2022 PH party-list race

Duterte government moves to get activists out of party list

Jodesz Gavilan

This is AI generated summarization, which may have errors. For context, always refer to the full article.

Duterte government moves to get activists out of party list
In the 2019 midterm polls, groups affiliated with the Makabayan bloc, except for one, saw diminished votes. Now, the government wants them disqualified.

(Part 2 of 3)

Christian Ruz has spent most of the past three years taking down tarpaulins all over Baguio City, sometimes even elsewhere in the Cordillera Administrative Region. The routine has proven to be frustrating but very important. 

Removing posters tagging Cordillera youth leaders as members and recruiters for the New People’s Army (NPA) is just one line in the long list of things he has to do to counter the smear campaign mounted by the government against leftist groups.

Ruz, a national executive vice president of Kabataan, told Rappler that the impact of the discrediting scheme – led by President Rodrigo Duterte himself – not only aims to sway public opinion, but to also to instill a culture of fear among the activists.

The “relative ease” in organizing is gone, replaced by the reluctance of communities and schools to continue engaging with them.

“Even the personalities who used to help in our advocacies now understandably fear for their safety and for their lives. We know that red-tagging is no joke,” Ruz said in a mix of English and Filipino.

TAKEDOWN. Youth leaders take down a tarpaulin red-tagging activists in Baguio City.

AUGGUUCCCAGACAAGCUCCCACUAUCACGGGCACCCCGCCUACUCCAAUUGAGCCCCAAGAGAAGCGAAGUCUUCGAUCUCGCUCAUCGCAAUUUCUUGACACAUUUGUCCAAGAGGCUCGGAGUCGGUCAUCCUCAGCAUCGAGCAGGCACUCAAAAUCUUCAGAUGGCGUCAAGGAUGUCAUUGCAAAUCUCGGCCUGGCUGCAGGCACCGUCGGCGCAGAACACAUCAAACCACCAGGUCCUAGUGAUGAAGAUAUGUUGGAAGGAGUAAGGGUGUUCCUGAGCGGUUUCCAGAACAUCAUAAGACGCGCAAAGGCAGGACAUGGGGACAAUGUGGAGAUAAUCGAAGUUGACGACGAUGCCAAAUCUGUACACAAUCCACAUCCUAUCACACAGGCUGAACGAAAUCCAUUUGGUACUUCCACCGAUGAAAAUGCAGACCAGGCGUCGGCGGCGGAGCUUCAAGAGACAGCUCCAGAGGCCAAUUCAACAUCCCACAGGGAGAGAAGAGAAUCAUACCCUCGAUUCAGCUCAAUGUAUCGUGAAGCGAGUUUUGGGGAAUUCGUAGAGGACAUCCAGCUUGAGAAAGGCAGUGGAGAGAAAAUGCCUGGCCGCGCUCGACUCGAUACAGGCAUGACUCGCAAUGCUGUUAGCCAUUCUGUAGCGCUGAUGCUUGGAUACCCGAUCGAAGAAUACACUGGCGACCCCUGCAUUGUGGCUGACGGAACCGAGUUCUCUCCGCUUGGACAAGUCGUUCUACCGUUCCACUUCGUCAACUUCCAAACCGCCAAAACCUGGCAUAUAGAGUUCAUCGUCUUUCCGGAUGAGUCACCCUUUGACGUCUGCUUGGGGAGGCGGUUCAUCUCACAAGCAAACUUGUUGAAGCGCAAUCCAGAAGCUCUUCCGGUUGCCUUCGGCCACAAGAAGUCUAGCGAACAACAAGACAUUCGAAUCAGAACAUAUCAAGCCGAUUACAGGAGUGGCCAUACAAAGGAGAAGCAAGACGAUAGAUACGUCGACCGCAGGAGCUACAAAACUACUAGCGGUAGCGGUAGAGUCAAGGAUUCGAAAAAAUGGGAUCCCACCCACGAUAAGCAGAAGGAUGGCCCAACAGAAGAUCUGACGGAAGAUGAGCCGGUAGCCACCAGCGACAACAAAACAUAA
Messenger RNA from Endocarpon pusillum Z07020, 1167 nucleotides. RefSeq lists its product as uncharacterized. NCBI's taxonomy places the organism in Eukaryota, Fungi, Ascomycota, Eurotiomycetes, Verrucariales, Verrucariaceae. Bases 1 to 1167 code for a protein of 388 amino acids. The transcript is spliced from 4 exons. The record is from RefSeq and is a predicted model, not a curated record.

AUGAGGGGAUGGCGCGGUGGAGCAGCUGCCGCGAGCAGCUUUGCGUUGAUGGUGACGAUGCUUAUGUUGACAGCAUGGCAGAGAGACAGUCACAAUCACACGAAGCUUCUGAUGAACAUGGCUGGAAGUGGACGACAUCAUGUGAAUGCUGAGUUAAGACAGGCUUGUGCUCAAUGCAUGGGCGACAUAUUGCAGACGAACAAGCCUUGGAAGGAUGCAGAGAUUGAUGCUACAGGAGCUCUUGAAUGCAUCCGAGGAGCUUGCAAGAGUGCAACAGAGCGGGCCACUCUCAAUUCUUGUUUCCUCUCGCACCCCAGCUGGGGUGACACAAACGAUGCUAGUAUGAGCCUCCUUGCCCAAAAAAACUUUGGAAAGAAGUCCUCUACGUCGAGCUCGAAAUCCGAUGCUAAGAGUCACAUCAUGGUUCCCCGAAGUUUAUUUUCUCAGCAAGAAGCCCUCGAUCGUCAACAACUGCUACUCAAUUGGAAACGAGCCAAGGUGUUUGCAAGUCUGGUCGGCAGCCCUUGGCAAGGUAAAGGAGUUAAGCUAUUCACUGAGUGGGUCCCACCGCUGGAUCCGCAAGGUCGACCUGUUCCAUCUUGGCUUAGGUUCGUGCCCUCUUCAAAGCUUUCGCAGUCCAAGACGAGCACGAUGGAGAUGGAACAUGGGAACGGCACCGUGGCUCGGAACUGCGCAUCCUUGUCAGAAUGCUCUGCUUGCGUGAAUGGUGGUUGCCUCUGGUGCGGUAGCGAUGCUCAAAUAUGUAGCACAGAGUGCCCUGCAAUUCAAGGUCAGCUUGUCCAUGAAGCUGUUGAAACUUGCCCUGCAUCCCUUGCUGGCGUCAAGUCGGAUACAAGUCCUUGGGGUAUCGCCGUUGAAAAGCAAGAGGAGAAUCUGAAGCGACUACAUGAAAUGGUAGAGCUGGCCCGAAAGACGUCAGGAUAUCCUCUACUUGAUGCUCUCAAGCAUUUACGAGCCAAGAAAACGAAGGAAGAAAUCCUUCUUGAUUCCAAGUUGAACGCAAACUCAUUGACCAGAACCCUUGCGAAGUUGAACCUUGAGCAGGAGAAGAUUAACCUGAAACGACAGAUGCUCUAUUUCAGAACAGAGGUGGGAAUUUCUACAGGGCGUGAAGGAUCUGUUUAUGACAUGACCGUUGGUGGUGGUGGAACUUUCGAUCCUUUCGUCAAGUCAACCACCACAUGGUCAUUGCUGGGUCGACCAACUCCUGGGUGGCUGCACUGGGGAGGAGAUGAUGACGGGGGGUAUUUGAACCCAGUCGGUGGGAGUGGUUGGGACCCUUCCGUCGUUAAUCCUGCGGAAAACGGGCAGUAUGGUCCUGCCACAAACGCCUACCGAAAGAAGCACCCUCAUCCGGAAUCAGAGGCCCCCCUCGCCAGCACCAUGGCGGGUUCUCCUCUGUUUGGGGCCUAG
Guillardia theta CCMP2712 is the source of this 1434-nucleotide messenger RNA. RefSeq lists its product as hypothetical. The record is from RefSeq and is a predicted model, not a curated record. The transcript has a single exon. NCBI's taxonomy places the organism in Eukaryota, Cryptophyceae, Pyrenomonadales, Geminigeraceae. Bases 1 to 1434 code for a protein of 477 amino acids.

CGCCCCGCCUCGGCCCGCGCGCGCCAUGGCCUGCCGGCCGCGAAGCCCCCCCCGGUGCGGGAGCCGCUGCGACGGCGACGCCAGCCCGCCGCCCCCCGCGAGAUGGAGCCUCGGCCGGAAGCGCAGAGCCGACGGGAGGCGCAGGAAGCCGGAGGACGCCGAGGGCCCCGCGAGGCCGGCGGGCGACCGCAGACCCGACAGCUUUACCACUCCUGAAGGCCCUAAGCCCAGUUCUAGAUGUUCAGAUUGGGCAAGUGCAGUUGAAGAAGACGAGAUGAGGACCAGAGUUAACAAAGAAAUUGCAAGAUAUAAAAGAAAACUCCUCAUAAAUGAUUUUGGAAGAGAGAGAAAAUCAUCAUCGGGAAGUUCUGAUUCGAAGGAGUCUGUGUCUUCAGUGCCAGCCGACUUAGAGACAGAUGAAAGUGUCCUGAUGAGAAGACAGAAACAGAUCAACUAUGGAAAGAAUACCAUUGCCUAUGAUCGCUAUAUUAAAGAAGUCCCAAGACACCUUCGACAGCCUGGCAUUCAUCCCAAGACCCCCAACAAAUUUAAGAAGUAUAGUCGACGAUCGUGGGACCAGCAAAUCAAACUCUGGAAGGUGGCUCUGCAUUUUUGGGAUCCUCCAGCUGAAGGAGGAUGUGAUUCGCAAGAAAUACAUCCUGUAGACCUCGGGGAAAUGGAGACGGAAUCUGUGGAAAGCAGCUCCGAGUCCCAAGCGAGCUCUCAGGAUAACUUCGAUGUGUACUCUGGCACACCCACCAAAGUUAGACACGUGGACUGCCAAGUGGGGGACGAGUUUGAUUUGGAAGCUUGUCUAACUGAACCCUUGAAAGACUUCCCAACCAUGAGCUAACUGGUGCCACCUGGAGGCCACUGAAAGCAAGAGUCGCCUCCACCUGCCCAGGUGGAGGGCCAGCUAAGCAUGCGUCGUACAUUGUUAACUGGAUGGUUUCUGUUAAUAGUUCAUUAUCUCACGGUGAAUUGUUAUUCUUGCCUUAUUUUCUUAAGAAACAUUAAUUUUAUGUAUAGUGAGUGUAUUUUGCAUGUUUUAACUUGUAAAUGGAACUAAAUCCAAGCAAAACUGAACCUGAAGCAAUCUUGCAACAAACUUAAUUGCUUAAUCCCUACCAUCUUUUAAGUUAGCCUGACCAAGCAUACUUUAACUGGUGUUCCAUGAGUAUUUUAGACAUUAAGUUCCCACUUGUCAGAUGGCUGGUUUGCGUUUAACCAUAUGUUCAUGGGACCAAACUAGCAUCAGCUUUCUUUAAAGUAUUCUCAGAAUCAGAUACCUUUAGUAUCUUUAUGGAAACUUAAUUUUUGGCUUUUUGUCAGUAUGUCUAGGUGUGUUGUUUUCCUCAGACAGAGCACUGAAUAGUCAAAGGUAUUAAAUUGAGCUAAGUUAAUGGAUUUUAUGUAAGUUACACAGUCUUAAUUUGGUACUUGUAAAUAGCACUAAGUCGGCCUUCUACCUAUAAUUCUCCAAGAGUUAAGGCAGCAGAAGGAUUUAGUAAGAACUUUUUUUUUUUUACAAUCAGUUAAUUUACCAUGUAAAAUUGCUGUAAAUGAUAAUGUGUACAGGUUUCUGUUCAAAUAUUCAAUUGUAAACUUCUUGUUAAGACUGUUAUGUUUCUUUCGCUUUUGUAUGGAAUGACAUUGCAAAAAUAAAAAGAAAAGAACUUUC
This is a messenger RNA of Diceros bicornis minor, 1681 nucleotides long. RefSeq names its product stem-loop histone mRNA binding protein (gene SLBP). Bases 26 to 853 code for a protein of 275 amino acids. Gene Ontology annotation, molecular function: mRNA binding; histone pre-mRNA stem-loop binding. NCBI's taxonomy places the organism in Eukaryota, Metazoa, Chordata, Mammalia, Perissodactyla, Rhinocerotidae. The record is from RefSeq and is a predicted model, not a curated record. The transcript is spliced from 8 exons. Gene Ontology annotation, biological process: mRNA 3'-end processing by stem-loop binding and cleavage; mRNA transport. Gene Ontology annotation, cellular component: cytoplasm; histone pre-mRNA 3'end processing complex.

Screenshot from Kabataan Cordillera

This proves to be a challenge as Kabataan guns again for a seat IN the House of Representatives through the party list in the 2022 elections. The group, admittedly with little resources, banks on organic support among even the non-affiliated public. 

“Ang Kabataan heavily relies on the mass movement because the youth are the ones who campaign for us. We exhaust everything, even social media, so we can maximize what’s available to us to introduce the group and the youth agenda,” he told Rappler.

Legal battle

The red-tagging – both offline and online – go hand-in-hand with attacks against national leaders of the Makabayan bloc, which includes the progressive groups represented in Congress: Bayan Muna, Gabriela Women’s Party, ACT Teachers, and Kabataan Partylist. 

President Duterte himself has spent parts of his usual late-night speeches attacking the Makabayan bloc. In November 2020, Duterte said they were part of a “grand conspiracy” and were “co-conspirators” of the New People’s Army. 

Red-tagging had become so common that it was not a surprise the administration would prioritize removing the elected progressive members from the House of Representatives.

The National Task Force to End Local Communist Armed Conflict (NTF-ELCAC) has filed petitions to cancel the registration of Gabriela Women’s Party and Kabataan in a bid to prevent them from participating in the May 2022 party-list elections. (READ: Which party-list groups is NTF-ELCAC trying to get disqualified?

NTF-ELCAC accuses Gabriela, which first joined Congress in 2004, of being a legal front of the Communist Party of the Philippines and receiving foreign funding. The group vehemently denies these.

Kabataan, which first won a congressional seat in 2007, is accused of opening “gates for the recruitment of youths to a declared terrorist organization.”

The cases are ongoing, with Kabataan Representative Sarah Elago saying in September 2021 that these are “broader attempts to silence the opposition, and remove all forms of accountability.” 

FIGHTING BACK. Kabataan Representative Sarah Elago asks the Commission on Elections on September 20, 2021, to junk the petition filed by the NTF-ELCAC to cancel her group’s accreditation.
Office of Kabataan Representative Sarah Elago
Fighting to survive